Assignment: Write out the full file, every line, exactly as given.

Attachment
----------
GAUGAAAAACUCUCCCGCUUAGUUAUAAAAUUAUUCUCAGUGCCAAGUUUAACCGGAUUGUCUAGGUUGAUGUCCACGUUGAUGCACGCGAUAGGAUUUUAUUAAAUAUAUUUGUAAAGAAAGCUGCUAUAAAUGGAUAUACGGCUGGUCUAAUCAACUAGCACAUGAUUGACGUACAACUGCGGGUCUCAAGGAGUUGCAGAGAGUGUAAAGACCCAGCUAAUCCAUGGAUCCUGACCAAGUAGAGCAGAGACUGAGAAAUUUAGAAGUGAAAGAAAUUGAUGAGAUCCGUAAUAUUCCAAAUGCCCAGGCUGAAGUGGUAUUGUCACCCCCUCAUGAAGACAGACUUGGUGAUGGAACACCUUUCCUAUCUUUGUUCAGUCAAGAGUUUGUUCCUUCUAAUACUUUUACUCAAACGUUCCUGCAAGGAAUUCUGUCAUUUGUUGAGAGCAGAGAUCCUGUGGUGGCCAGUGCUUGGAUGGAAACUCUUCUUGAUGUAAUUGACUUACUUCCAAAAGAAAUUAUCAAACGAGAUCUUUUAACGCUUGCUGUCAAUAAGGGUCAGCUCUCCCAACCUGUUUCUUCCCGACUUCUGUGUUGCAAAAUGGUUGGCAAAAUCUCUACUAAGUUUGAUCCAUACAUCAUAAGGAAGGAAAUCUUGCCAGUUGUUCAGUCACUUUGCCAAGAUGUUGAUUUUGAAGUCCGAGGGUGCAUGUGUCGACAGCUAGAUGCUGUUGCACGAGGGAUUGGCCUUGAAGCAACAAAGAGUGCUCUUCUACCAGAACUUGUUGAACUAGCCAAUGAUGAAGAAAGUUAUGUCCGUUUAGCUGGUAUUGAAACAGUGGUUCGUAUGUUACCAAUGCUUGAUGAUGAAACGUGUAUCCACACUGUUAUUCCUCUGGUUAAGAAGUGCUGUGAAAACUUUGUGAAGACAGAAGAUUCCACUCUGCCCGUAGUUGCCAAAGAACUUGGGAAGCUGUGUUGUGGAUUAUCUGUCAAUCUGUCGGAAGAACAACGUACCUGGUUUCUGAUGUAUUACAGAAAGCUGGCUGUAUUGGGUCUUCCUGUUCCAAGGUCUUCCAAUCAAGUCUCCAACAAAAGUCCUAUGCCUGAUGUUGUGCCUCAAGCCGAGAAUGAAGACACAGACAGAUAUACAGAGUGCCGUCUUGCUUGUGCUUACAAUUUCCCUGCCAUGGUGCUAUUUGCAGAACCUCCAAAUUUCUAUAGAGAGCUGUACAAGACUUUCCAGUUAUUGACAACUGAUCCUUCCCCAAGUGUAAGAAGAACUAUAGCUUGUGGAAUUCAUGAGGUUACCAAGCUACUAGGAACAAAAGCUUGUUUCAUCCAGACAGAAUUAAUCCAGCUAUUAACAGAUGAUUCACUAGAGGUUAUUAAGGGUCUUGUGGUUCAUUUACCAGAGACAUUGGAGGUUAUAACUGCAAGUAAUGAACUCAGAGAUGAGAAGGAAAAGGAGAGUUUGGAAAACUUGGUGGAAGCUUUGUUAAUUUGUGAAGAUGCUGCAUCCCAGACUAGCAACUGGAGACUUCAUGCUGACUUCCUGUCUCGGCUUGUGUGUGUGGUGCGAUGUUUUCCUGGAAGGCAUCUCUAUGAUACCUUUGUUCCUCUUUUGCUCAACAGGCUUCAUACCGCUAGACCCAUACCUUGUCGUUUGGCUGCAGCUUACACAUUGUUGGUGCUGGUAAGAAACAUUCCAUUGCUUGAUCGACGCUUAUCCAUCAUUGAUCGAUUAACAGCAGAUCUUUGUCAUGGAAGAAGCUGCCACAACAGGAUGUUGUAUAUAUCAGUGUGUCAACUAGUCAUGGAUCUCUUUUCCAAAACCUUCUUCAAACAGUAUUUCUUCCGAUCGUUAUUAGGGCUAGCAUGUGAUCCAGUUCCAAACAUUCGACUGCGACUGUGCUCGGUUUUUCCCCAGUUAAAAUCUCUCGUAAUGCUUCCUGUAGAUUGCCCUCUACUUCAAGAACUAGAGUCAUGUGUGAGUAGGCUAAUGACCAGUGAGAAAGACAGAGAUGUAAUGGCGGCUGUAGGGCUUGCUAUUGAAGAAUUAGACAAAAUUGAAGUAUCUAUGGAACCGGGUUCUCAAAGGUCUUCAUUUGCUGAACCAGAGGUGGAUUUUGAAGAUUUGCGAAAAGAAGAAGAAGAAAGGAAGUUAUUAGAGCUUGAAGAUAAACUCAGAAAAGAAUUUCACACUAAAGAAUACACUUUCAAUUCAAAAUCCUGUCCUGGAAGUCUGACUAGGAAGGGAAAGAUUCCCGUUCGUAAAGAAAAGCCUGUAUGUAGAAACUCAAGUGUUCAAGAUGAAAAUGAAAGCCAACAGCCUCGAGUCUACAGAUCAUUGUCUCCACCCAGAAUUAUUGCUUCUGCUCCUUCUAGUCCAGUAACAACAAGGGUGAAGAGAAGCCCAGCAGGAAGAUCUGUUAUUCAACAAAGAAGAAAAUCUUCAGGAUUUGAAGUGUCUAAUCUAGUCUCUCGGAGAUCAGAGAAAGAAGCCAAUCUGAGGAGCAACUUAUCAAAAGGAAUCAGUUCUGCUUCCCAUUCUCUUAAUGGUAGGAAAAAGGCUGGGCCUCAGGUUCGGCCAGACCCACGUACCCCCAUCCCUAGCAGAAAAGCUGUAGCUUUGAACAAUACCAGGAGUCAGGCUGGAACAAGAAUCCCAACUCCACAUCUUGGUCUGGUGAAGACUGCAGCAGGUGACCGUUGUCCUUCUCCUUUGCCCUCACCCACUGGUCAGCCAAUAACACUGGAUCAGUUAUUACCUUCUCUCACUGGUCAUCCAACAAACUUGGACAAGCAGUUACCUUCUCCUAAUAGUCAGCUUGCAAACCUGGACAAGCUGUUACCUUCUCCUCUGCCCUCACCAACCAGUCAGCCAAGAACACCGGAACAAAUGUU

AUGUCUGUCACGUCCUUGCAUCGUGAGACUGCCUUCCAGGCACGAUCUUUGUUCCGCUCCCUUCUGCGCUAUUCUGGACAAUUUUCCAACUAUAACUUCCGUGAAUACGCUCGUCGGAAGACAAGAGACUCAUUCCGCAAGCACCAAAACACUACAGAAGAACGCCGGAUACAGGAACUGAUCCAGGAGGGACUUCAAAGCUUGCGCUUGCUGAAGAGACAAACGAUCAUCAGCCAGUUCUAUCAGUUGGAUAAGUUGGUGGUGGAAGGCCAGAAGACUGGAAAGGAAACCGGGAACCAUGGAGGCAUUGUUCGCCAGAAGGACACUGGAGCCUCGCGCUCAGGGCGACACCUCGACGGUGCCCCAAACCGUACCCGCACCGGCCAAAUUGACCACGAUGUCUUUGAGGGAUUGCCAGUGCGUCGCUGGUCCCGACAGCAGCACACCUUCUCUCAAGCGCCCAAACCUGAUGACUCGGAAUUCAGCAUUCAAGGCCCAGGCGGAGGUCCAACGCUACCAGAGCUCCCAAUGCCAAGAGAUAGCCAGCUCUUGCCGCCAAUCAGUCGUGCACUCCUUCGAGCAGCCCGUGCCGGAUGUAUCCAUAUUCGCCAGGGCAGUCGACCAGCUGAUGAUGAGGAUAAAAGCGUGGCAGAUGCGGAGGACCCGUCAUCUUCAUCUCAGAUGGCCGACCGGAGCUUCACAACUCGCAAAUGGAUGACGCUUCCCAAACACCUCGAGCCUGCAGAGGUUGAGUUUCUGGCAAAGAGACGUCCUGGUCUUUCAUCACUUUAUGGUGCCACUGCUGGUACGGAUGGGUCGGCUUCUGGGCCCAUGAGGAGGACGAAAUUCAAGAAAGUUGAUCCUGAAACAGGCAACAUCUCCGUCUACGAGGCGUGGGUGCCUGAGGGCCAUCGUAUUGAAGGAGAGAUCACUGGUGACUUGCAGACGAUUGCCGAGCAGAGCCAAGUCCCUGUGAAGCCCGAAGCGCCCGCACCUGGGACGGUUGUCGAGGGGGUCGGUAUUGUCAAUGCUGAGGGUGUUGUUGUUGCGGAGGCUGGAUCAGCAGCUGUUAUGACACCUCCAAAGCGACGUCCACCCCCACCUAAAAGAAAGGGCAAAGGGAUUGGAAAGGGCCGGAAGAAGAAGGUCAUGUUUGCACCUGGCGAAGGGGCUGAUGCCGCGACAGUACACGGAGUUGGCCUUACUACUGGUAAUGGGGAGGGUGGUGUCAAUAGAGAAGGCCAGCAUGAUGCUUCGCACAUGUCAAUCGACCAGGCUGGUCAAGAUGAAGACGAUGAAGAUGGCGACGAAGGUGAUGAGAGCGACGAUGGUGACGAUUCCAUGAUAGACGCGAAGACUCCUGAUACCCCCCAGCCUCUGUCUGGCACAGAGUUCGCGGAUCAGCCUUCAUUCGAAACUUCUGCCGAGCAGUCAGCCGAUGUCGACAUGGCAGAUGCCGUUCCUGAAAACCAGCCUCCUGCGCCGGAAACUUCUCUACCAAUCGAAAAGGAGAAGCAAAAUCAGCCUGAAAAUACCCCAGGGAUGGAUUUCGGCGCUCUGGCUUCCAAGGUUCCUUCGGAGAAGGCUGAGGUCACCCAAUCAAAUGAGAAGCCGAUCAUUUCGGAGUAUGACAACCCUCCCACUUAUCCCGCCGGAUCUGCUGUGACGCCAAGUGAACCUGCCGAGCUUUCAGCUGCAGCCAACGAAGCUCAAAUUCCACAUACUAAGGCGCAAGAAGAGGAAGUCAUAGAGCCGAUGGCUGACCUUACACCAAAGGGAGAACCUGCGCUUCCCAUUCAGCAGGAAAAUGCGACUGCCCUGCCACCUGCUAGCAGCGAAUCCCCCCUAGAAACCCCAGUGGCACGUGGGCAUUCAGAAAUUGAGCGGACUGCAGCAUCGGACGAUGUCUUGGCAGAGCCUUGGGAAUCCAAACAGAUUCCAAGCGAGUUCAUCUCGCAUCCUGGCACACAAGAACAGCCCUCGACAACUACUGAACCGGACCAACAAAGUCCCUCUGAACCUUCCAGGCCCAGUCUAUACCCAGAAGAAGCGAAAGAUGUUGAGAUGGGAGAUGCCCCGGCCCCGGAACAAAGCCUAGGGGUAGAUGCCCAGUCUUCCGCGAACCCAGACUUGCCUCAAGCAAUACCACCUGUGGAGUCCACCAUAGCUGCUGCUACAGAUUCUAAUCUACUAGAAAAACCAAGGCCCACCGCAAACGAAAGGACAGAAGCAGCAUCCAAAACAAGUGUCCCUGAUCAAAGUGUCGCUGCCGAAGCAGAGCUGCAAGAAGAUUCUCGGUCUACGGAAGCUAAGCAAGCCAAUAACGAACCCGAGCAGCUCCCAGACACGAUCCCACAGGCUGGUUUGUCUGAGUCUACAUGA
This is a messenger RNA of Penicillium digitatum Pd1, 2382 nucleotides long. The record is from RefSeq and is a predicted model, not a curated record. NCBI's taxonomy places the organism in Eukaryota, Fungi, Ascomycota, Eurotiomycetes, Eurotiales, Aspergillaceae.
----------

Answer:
GAUGAAAAACUCUCCCGCUUAGUUAUAAAAUUAUUCUCAGUGCCAAGUUUAACCGGAUUGUCUAGGUUGAUGUCCACGUUGAUGCACGCGAUAGGAUUUUAUUAAAUAUAUUUGUAAAGAAAGCUGCUAUAAAUGGAUAUACGGCUGGUCUAAUCAACUAGCACAUGAUUGACGUACAACUGCGGGUCUCAAGGAGUUGCAGAGAGUGUAAAGACCCAGCUAAUCCAUGGAUCCUGACCAAGUAGAGCAGAGACUGAGAAAUUUAGAAGUGAAAGAAAUUGAUGAGAUCCGUAAUAUUCCAAAUGCCCAGGCUGAAGUGGUAUUGUCACCCCCUCAUGAAGACAGACUUGGUGAUGGAACACCUUUCCUAUCUUUGUUCAGUCAAGAGUUUGUUCCUUCUAAUACUUUUACUCAAACGUUCCUGCAAGGAAUUCUGUCAUUUGUUGAGAGCAGAGAUCCUGUGGUGGCCAGUGCUUGGAUGGAAACUCUUCUUGAUGUAAUUGACUUACUUCCAAAAGAAAUUAUCAAACGAGAUCUUUUAACGCUUGCUGUCAAUAAGGGUCAGCUCUCCCAACCUGUUUCUUCCCGACUUCUGUGUUGCAAAAUGGUUGGCAAAAUCUCUACUAAGUUUGAUCCAUACAUCAUAAGGAAGGAAAUCUUGCCAGUUGUUCAGUCACUUUGCCAAGAUGUUGAUUUUGAAGUCCGAGGGUGCAUGUGUCGACAGCUAGAUGCUGUUGCACGAGGGAUUGGCCUUGAAGCAACAAAGAGUGCUCUUCUACCAGAACUUGUUGAACUAGCCAAUGAUGAAGAAAGUUAUGUCCGUUUAGCUGGUAUUGAAACAGUGGUUCGUAUGUUACCAAUGCUUGAUGAUGAAACGUGUAUCCACACUGUUAUUCCUCUGGUUAAGAAGUGCUGUGAAAACUUUGUGAAGACAGAAGAUUCCACUCUGCCCGUAGUUGCCAAAGAACUUGGGAAGCUGUGUUGUGGAUUAUCUGUCAAUCUGUCGGAAGAACAACGUACCUGGUUUCUGAUGUAUUACAGAAAGCUGGCUGUAUUGGGUCUUCCUGUUCCAAGGUCUUCCAAUCAAGUCUCCAACAAAAGUCCUAUGCCUGAUGUUGUGCCUCAAGCCGAGAAUGAAGACACAGACAGAUAUACAGAGUGCCGUCUUGCUUGUGCUUACAAUUUCCCUGCCAUGGUGCUAUUUGCAGAACCUCCAAAUUUCUAUAGAGAGCUGUACAAGACUUUCCAGUUAUUGACAACUGAUCCUUCCCCAAGUGUAAGAAGAACUAUAGCUUGUGGAAUUCAUGAGGUUACCAAGCUACUAGGAACAAAAGCUUGUUUCAUCCAGACAGAAUUAAUCCAGCUAUUAACAGAUGAUUCACUAGAGGUUAUUAAGGGUCUUGUGGUUCAUUUACCAGAGACAUUGGAGGUUAUAACUGCAAGUAAUGAACUCAGAGAUGAGAAGGAAAAGGAGAGUUUGGAAAACUUGGUGGAAGCUUUGUUAAUUUGUGAAGAUGCUGCAUCCCAGACUAGCAACUGGAGACUUCAUGCUGACUUCCUGUCUCGGCUUGUGUGUGUGGUGCGAUGUUUUCCUGGAAGGCAUCUCUAUGAUACCUUUGUUCCUCUUUUGCUCAACAGGCUUCAUACCGCUAGACCCAUACCUUGUCGUUUGGCUGCAGCUUACACAUUGUUGGUGCUGGUAAGAAACAUUCCAUUGCUUGAUCGACGCUUAUCCAUCAUUGAUCGAUUAACAGCAGAUCUUUGUCAUGGAAGAAGCUGCCACAACAGGAUGUUGUAUAUAUCAGUGUGUCAACUAGUCAUGGAUCUCUUUUCCAAAACCUUCUUCAAACAGUAUUUCUUCCGAUCGUUAUUAGGGCUAGCAUGUGAUCCAGUUCCAAACAUUCGACUGCGACUGUGCUCGGUUUUUCCCCAGUUAAAAUCUCUCGUAAUGCUUCCUGUAGAUUGCCCUCUACUUCAAGAACUAGAGUCAUGUGUGAGUAGGCUAAUGACCAGUGAGAAAGACAGAGAUGUAAUGGCGGCUGUAGGGCUUGCUAUUGAAGAAUUAGACAAAAUUGAAGUAUCUAUGGAACCGGGUUCUCAAAGGUCUUCAUUUGCUGAACCAGAGGUGGAUUUUGAAGAUUUGCGAAAAGAAGAAGAAGAAAGGAAGUUAUUAGAGCUUGAAGAUAAACUCAGAAAAGAAUUUCACACUAAAGAAUACACUUUCAAUUCAAAAUCCUGUCCUGGAAGUCUGACUAGGAAGGGAAAGAUUCCCGUUCGUAAAGAAAAGCCUGUAUGUAGAAACUCAAGUGUUCAAGAUGAAAAUGAAAGCCAACAGCCUCGAGUCUACAGAUCAUUGUCUCCACCCAGAAUUAUUGCUUCUGCUCCUUCUAGUCCAGUAACAACAAGGGUGAAGAGAAGCCCAGCAGGAAGAUCUGUUAUUCAACAAAGAAGAAAAUCUUCAGGAUUUGAAGUGUCUAAUCUAGUCUCUCGGAGAUCAGAGAAAGAAGCCAAUCUGAGGAGCAACUUAUCAAAAGGAAUCAGUUCUGCUUCCCAUUCUCUUAAUGGUAGGAAAAAGGCUGGGCCUCAGGUUCGGCCAGACCCACGUACCCCCAUCCCUAGCAGAAAAGCUGUAGCUUUGAACAAUACCAGGAGUCAGGCUGGAACAAGAAUCCCAACUCCACAUCUUGGUCUGGUGAAGACUGCAGCAGGUGACCGUUGUCCUUCUCCUUUGCCCUCACCCACUGGUCAGCCAAUAACACUGGAUCAGUUAUUACCUUCUCUCACUGGUCAUCCAACAAACUUGGACAAGCAGUUACCUUCUCCUAAUAGUCAGCUUGCAAACCUGGACAAGCUGUUACCUUCUCCUCUGCCCUCACCAACCAGUCAGCCAAGAACACCGGAACAAAUGUU

AUGUCUGUCACGUCCUUGCAUCGUGAGACUGCCUUCCAGGCACGAUCUUUGUUCCGCUCCCUUCUGCGCUAUUCUGGACAAUUUUCCAACUAUAACUUCCGUGAAUACGCUCGUCGGAAGACAAGAGACUCAUUCCGCAAGCACCAAAACACUACAGAAGAACGCCGGAUACAGGAACUGAUCCAGGAGGGACUUCAAAGCUUGCGCUUGCUGAAGAGACAAACGAUCAUCAGCCAGUUCUAUCAGUUGGAUAAGUUGGUGGUGGAAGGCCAGAAGACUGGAAAGGAAACCGGGAACCAUGGAGGCAUUGUUCGCCAGAAGGACACUGGAGCCUCGCGCUCAGGGCGACACCUCGACGGUGCCCCAAACCGUACCCGCACCGGCCAAAUUGACCACGAUGUCUUUGAGGGAUUGCCAGUGCGUCGCUGGUCCCGACAGCAGCACACCUUCUCUCAAGCGCCCAAACCUGAUGACUCGGAAUUCAGCAUUCAAGGCCCAGGCGGAGGUCCAACGCUACCAGAGCUCCCAAUGCCAAGAGAUAGCCAGCUCUUGCCGCCAAUCAGUCGUGCACUCCUUCGAGCAGCCCGUGCCGGAUGUAUCCAUAUUCGCCAGGGCAGUCGACCAGCUGAUGAUGAGGAUAAAAGCGUGGCAGAUGCGGAGGACCCGUCAUCUUCAUCUCAGAUGGCCGACCGGAGCUUCACAACUCGCAAAUGGAUGACGCUUCCCAAACACCUCGAGCCUGCAGAGGUUGAGUUUCUGGCAAAGAGACGUCCUGGUCUUUCAUCACUUUAUGGUGCCACUGCUGGUACGGAUGGGUCGGCUUCUGGGCCCAUGAGGAGGACGAAAUUCAAGAAAGUUGAUCCUGAAACAGGCAACAUCUCCGUCUACGAGGCGUGGGUGCCUGAGGGCCAUCGUAUUGAAGGAGAGAUCACUGGUGACUUGCAGACGAUUGCCGAGCAGAGCCAAGUCCCUGUGAAGCCCGAAGCGCCCGCACCUGGGACGGUUGUCGAGGGGGUCGGUAUUGUCAAUGCUGAGGGUGUUGUUGUUGCGGAGGCUGGAUCAGCAGCUGUUAUGACACCUCCAAAGCGACGUCCACCCCCACCUAAAAGAAAGGGCAAAGGGAUUGGAAAGGGCCGGAAGAAGAAGGUCAUGUUUGCACCUGGCGAAGGGGCUGAUGCCGCGACAGUACACGGAGUUGGCCUUACUACUGGUAAUGGGGAGGGUGGUGUCAAUAGAGAAGGCCAGCAUGAUGCUUCGCACAUGUCAAUCGACCAGGCUGGUCAAGAUGAAGACGAUGAAGAUGGCGACGAAGGUGAUGAGAGCGACGAUGGUGACGAUUCCAUGAUAGACGCGAAGACUCCUGAUACCCCCCAGCCUCUGUCUGGCACAGAGUUCGCGGAUCAGCCUUCAUUCGAAACUUCUGCCGAGCAGUCAGCCGAUGUCGACAUGGCAGAUGCCGUUCCUGAAAACCAGCCUCCUGCGCCGGAAACUUCUCUACCAAUCGAAAAGGAGAAGCAAAAUCAGCCUGAAAAUACCCCAGGGAUGGAUUUCGGCGCUCUGGCUUCCAAGGUUCCUUCGGAGAAGGCUGAGGUCACCCAAUCAAAUGAGAAGCCGAUCAUUUCGGAGUAUGACAACCCUCCCACUUAUCCCGCCGGAUCUGCUGUGACGCCAAGUGAACCUGCCGAGCUUUCAGCUGCAGCCAACGAAGCUCAAAUUCCACAUACUAAGGCGCAAGAAGAGGAAGUCAUAGAGCCGAUGGCUGACCUUACACCAAAGGGAGAACCUGCGCUUCCCAUUCAGCAGGAAAAUGCGACUGCCCUGCCACCUGCUAGCAGCGAAUCCCCCCUAGAAACCCCAGUGGCACGUGGGCAUUCAGAAAUUGAGCGGACUGCAGCAUCGGACGAUGUCUUGGCAGAGCCUUGGGAAUCCAAACAGAUUCCAAGCGAGUUCAUCUCGCAUCCUGGCACACAAGAACAGCCCUCGACAACUACUGAACCGGACCAACAAAGUCCCUCUGAACCUUCCAGGCCCAGUCUAUACCCAGAAGAAGCGAAAGAUGUUGAGAUGGGAGAUGCCCCGGCCCCGGAACAAAGCCUAGGGGUAGAUGCCCAGUCUUCCGCGAACCCAGACUUGCCUCAAGCAAUACCACCUGUGGAGUCCACCAUAGCUGCUGCUACAGAUUCUAAUCUACUAGAAAAACCAAGGCCCACCGCAAACGAAAGGACAGAAGCAGCAUCCAAAACAAGUGUCCCUGAUCAAAGUGUCGCUGCCGAAGCAGAGCUGCAAGAAGAUUCUCGGUCUACGGAAGCUAAGCAAGCCAAUAACGAACCCGAGCAGCUCCCAGACACGAUCCCACAGGCUGGUUUGUCUGAGUCUACAUGA
This is a messenger RNA of Penicillium digitatum Pd1, 2382 nucleotides long. The record is from RefSeq and is a predicted model, not a curated record. NCBI's taxonomy places the organism in Eukaryota, Fungi, Ascomycota, Eurotiomycetes, Eurotiales, Aspergillaceae.